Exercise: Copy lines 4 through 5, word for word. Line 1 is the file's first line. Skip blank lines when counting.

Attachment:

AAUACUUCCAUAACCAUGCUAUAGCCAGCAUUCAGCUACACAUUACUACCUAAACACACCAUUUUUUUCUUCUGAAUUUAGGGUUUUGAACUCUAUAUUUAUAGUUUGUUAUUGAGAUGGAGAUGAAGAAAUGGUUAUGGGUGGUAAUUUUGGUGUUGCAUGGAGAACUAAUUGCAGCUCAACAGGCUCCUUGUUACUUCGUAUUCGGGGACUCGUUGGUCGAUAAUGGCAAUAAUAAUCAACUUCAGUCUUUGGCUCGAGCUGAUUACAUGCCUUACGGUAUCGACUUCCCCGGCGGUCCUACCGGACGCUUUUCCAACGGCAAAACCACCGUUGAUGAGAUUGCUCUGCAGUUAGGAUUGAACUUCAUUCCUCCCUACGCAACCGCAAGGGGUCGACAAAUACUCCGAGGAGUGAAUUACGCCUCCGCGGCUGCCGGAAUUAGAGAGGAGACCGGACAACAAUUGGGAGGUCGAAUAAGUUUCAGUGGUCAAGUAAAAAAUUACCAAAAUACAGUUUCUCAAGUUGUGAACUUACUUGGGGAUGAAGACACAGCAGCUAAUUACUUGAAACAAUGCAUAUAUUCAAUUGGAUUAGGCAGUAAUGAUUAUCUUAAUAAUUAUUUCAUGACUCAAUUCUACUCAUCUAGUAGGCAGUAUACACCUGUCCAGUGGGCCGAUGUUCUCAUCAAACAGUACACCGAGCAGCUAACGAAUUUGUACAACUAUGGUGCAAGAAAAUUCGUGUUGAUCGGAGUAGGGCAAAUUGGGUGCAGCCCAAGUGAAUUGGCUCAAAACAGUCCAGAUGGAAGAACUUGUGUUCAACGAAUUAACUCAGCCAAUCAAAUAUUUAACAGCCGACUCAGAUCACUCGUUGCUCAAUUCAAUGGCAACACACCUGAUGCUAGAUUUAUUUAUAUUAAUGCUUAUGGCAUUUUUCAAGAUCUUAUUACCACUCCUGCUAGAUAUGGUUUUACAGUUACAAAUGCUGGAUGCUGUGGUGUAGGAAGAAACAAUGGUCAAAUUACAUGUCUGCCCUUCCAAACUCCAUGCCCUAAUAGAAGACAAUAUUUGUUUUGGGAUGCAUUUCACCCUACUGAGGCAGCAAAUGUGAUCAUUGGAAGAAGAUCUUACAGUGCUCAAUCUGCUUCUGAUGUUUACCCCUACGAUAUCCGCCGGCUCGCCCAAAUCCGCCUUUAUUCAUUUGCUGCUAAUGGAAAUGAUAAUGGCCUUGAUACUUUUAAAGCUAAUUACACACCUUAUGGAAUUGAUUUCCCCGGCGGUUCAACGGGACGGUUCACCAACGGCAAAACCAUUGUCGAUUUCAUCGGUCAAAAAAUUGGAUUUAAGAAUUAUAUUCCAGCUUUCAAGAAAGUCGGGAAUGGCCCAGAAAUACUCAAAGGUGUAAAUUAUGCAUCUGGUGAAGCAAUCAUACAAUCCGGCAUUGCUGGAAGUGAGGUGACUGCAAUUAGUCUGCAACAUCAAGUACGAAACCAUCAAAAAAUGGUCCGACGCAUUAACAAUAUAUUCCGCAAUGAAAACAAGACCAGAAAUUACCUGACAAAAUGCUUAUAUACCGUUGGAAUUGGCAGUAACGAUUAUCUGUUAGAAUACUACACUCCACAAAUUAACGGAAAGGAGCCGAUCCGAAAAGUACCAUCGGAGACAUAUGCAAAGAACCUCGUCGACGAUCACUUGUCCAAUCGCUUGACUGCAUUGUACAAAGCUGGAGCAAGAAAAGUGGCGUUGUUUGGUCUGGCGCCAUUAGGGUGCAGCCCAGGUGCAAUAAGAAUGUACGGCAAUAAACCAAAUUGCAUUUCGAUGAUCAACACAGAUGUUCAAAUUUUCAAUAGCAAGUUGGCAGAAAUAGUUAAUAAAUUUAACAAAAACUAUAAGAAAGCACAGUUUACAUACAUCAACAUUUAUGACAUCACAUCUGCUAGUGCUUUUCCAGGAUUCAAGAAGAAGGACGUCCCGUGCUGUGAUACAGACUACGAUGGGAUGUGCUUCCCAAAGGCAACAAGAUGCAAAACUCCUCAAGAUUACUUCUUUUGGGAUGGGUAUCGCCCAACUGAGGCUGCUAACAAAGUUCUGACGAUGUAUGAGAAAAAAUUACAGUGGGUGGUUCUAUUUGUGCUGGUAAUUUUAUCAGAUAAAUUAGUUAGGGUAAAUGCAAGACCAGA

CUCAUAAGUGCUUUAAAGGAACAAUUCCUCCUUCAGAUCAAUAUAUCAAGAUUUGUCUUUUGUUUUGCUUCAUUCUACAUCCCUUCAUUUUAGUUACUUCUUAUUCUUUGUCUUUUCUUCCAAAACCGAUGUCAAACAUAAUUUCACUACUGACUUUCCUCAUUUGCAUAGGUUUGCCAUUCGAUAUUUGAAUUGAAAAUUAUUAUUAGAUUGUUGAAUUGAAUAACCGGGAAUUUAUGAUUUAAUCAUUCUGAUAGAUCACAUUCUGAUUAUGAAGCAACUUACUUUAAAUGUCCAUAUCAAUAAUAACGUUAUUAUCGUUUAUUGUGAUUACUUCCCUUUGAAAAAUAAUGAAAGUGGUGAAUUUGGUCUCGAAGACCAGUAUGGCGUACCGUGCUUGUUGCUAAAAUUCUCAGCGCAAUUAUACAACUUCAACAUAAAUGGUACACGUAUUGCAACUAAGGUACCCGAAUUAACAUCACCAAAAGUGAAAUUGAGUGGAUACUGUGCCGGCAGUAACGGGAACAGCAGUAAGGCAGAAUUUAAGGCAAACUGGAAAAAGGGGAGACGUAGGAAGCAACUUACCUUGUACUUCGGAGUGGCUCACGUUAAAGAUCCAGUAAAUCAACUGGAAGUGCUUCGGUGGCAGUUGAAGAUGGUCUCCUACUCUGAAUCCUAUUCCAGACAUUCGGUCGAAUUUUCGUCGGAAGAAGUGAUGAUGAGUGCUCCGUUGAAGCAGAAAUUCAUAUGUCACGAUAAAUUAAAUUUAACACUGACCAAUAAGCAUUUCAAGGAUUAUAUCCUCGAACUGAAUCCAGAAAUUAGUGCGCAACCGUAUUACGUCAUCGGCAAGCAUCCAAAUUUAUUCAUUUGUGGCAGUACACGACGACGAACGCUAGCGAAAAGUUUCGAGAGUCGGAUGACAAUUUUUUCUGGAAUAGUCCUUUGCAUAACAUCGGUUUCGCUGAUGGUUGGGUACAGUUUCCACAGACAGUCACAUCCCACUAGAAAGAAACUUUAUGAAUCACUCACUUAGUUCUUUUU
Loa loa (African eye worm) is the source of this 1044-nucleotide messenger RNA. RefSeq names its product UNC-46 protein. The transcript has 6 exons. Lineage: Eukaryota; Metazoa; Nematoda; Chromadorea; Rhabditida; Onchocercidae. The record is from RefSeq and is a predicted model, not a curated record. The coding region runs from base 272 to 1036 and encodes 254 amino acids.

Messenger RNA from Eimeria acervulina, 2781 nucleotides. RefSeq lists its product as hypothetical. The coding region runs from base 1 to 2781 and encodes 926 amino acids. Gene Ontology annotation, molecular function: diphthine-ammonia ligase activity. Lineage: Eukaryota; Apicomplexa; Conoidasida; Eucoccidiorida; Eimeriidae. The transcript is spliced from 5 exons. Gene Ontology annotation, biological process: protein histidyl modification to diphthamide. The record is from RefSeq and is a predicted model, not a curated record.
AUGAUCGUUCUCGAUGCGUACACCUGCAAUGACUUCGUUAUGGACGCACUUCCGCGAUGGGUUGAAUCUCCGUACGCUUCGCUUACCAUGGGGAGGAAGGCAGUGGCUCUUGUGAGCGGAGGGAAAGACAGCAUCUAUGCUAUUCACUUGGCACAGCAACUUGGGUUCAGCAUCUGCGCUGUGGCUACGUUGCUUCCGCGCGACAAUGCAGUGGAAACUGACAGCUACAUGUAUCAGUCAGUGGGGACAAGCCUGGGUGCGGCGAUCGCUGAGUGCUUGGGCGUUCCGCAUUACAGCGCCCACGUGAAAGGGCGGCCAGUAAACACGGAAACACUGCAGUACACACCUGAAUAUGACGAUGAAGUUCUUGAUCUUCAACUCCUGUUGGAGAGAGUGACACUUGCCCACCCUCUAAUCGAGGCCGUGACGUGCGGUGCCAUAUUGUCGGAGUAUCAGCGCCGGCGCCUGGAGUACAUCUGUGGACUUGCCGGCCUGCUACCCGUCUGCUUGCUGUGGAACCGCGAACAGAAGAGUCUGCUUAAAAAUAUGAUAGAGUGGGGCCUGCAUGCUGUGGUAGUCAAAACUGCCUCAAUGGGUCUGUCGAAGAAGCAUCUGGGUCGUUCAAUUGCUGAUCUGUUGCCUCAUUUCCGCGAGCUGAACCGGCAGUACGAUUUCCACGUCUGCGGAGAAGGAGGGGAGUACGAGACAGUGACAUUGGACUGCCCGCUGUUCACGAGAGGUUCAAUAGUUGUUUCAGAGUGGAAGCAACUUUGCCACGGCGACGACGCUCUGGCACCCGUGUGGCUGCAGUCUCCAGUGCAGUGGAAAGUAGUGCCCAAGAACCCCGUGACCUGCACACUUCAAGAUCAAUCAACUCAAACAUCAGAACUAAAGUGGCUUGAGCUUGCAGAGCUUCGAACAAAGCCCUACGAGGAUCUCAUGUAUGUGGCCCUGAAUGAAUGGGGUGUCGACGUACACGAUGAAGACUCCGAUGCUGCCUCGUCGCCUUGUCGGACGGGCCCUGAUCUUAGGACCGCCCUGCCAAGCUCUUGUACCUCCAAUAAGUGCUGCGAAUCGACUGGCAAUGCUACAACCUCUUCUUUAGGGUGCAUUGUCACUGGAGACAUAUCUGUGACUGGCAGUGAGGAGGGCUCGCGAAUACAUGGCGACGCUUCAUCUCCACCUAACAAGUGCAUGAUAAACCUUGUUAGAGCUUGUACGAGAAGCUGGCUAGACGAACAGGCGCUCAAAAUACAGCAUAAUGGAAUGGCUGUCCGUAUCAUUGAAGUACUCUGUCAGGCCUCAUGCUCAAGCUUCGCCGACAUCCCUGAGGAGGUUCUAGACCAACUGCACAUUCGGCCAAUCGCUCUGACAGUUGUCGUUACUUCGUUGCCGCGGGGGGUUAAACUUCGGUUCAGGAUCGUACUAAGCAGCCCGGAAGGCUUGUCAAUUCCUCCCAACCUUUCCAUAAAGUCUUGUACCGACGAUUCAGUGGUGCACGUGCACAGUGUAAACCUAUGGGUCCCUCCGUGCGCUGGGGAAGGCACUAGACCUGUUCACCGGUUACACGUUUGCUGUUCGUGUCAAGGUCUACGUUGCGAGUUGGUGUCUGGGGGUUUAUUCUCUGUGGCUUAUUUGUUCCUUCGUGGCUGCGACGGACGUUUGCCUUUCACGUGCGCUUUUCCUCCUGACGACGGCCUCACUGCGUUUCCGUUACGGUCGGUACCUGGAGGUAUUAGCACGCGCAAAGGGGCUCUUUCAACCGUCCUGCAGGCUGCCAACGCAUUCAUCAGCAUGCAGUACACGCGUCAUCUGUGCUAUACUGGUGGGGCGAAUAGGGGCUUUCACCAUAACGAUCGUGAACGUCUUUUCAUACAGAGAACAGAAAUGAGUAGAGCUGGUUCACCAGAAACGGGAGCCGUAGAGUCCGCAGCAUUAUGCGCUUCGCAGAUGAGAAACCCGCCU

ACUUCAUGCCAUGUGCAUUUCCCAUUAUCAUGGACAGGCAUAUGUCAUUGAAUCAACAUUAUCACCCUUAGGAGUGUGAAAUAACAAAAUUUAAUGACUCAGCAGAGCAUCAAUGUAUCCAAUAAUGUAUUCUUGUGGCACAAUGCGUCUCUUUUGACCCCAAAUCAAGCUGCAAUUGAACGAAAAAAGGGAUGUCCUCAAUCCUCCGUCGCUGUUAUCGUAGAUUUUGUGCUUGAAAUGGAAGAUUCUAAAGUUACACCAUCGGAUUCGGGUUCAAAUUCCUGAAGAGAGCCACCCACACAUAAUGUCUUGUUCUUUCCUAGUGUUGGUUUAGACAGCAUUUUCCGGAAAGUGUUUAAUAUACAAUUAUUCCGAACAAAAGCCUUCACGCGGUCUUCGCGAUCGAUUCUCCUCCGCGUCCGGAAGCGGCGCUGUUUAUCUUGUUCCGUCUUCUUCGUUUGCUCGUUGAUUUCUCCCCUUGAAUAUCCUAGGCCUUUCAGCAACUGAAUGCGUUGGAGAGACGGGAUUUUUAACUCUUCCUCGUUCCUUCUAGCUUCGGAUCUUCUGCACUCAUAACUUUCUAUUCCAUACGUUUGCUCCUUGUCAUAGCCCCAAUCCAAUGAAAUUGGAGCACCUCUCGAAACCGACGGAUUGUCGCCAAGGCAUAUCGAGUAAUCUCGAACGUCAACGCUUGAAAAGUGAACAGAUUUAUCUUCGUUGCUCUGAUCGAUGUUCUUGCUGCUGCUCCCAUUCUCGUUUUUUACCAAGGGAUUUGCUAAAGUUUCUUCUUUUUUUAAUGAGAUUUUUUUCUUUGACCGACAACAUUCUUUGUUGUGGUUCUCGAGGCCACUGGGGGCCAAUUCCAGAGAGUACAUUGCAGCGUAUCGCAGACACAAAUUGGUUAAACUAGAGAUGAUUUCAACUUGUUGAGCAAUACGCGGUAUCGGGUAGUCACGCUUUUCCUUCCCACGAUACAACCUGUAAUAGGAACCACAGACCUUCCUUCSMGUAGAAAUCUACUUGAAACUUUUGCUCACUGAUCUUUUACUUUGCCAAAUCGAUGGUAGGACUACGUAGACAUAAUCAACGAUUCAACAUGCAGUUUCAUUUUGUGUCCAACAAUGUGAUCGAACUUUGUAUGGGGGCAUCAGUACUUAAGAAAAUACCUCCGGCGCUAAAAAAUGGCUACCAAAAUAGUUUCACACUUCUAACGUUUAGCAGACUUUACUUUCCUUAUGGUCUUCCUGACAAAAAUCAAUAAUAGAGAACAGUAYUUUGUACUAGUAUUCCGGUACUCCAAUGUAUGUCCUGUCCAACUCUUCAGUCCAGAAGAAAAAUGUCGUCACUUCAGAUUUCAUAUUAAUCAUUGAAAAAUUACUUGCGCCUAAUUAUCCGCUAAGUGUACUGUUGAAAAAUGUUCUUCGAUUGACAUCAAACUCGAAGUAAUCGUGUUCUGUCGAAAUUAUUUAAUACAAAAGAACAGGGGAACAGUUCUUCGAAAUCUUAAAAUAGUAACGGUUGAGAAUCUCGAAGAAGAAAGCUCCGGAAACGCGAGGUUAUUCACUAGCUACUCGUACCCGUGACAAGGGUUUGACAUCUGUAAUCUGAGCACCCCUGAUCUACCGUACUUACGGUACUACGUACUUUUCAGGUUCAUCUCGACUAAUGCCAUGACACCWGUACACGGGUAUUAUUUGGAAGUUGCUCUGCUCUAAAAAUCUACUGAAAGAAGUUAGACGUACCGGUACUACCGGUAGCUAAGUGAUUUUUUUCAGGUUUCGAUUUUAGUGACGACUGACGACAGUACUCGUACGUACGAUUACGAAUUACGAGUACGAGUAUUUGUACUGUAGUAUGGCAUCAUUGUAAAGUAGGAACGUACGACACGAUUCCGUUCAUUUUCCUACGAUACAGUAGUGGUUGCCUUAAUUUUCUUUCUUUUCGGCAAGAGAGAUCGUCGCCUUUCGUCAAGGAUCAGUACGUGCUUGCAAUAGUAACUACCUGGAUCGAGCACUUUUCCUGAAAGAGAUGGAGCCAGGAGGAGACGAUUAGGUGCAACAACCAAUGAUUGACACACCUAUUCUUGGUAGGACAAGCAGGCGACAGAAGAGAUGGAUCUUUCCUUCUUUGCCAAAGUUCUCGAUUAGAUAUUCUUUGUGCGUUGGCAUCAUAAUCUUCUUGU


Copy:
Messenger RNA from Eimeria acervulina, 2781 nucleotides. RefSeq lists its product as hypothetical. The coding region runs from base 1 to 2781 and encodes 926 amino acids. Gene Ontology annotation, molecular function: diphthine-ammonia ligase activity. Lineage: Eukaryota; Apicomplexa; Conoidasida; Eucoccidiorida; Eimeriidae. The transcript is spliced from 5 exons. Gene Ontology annotation, biological process: protein histidyl modification to diphthamide. The record is from RefSeq and is a predicted model, not a curated record.
AUGAUCGUUCUCGAUGCGUACACCUGCAAUGACUUCGUUAUGGACGCACUUCCGCGAUGGGUUGAAUCUCCGUACGCUUCGCUUACCAUGGGGAGGAAGGCAGUGGCUCUUGUGAGCGGAGGGAAAGACAGCAUCUAUGCUAUUCACUUGGCACAGCAACUUGGGUUCAGCAUCUGCGCUGUGGCUACGUUGCUUCCGCGCGACAAUGCAGUGGAAACUGACAGCUACAUGUAUCAGUCAGUGGGGACAAGCCUGGGUGCGGCGAUCGCUGAGUGCUUGGGCGUUCCGCAUUACAGCGCCCACGUGAAAGGGCGGCCAGUAAACACGGAAACACUGCAGUACACACCUGAAUAUGACGAUGAAGUUCUUGAUCUUCAACUCCUGUUGGAGAGAGUGACACUUGCCCACCCUCUAAUCGAGGCCGUGACGUGCGGUGCCAUAUUGUCGGAGUAUCAGCGCCGGCGCCUGGAGUACAUCUGUGGACUUGCCGGCCUGCUACCCGUCUGCUUGCUGUGGAACCGCGAACAGAAGAGUCUGCUUAAAAAUAUGAUAGAGUGGGGCCUGCAUGCUGUGGUAGUCAAAACUGCCUCAAUGGGUCUGUCGAAGAAGCAUCUGGGUCGUUCAAUUGCUGAUCUGUUGCCUCAUUUCCGCGAGCUGAACCGGCAGUACGAUUUCCACGUCUGCGGAGAAGGAGGGGAGUACGAGACAGUGACAUUGGACUGCCCGCUGUUCACGAGAGGUUCAAUAGUUGUUUCAGAGUGGAAGCAACUUUGCCACGGCGACGACGCUCUGGCACCCGUGUGGCUGCAGUCUCCAGUGCAGUGGAAAGUAGUGCCCAAGAACCCCGUGACCUGCACACUUCAAGAUCAAUCAACUCAAACAUCAGAACUAAAGUGGCUUGAGCUUGCAGAGCUUCGAACAAAGCCCUACGAGGAUCUCAUGUAUGUGGCCCUGAAUGAAUGGGGUGUCGACGUACACGAUGAAGACUCCGAUGCUGCCUCGUCGCCUUGUCGGACGGGCCCUGAUCUUAGGACCGCCCUGCCAAGCUCUUGUACCUCCAAUAAGUGCUGCGAAUCGACUGGCAAUGCUACAACCUCUUCUUUAGGGUGCAUUGUCACUGGAGACAUAUCUGUGACUGGCAGUGAGGAGGGCUCGCGAAUACAUGGCGACGCUUCAUCUCCACCUAACAAGUGCAUGAUAAACCUUGUUAGAGCUUGUACGAGAAGCUGGCUAGACGAACAGGCGCUCAAAAUACAGCAUAAUGGAAUGGCUGUCCGUAUCAUUGAAGUACUCUGUCAGGCCUCAUGCUCAAGCUUCGCCGACAUCCCUGAGGAGGUUCUAGACCAACUGCACAUUCGGCCAAUCGCUCUGACAGUUGUCGUUACUUCGUUGCCGCGGGGGGUUAAACUUCGGUUCAGGAUCGUACUAAGCAGCCCGGAAGGCUUGUCAAUUCCUCCCAACCUUUCCAUAAAGUCUUGUACCGACGAUUCAGUGGUGCACGUGCACAGUGUAAACCUAUGGGUCCCUCCGUGCGCUGGGGAAGGCACUAGACCUGUUCACCGGUUACACGUUUGCUGUUCGUGUCAAGGUCUACGUUGCGAGUUGGUGUCUGGGGGUUUAUUCUCUGUGGCUUAUUUGUUCCUUCGUGGCUGCGACGGACGUUUGCCUUUCACGUGCGCUUUUCCUCCUGACGACGGCCUCACUGCGUUUCCGUUACGGUCGGUACCUGGAGGUAUUAGCACGCGCAAAGGGGCUCUUUCAACCGUCCUGCAGGCUGCCAACGCAUUCAUCAGCAUGCAGUACACGCGUCAUCUGUGCUAUACUGGUGGGGCGAAUAGGGGCUUUCACCAUAACGAUCGUGAACGUCUUUUCAUACAGAGAACAGAAAUGAGUAGAGCUGGUUCACCAGAAACGGGAGCCGUAGAGUCCGCAGCAUUAUGCGCUUCGCAGAUGAGAAACCCGCCU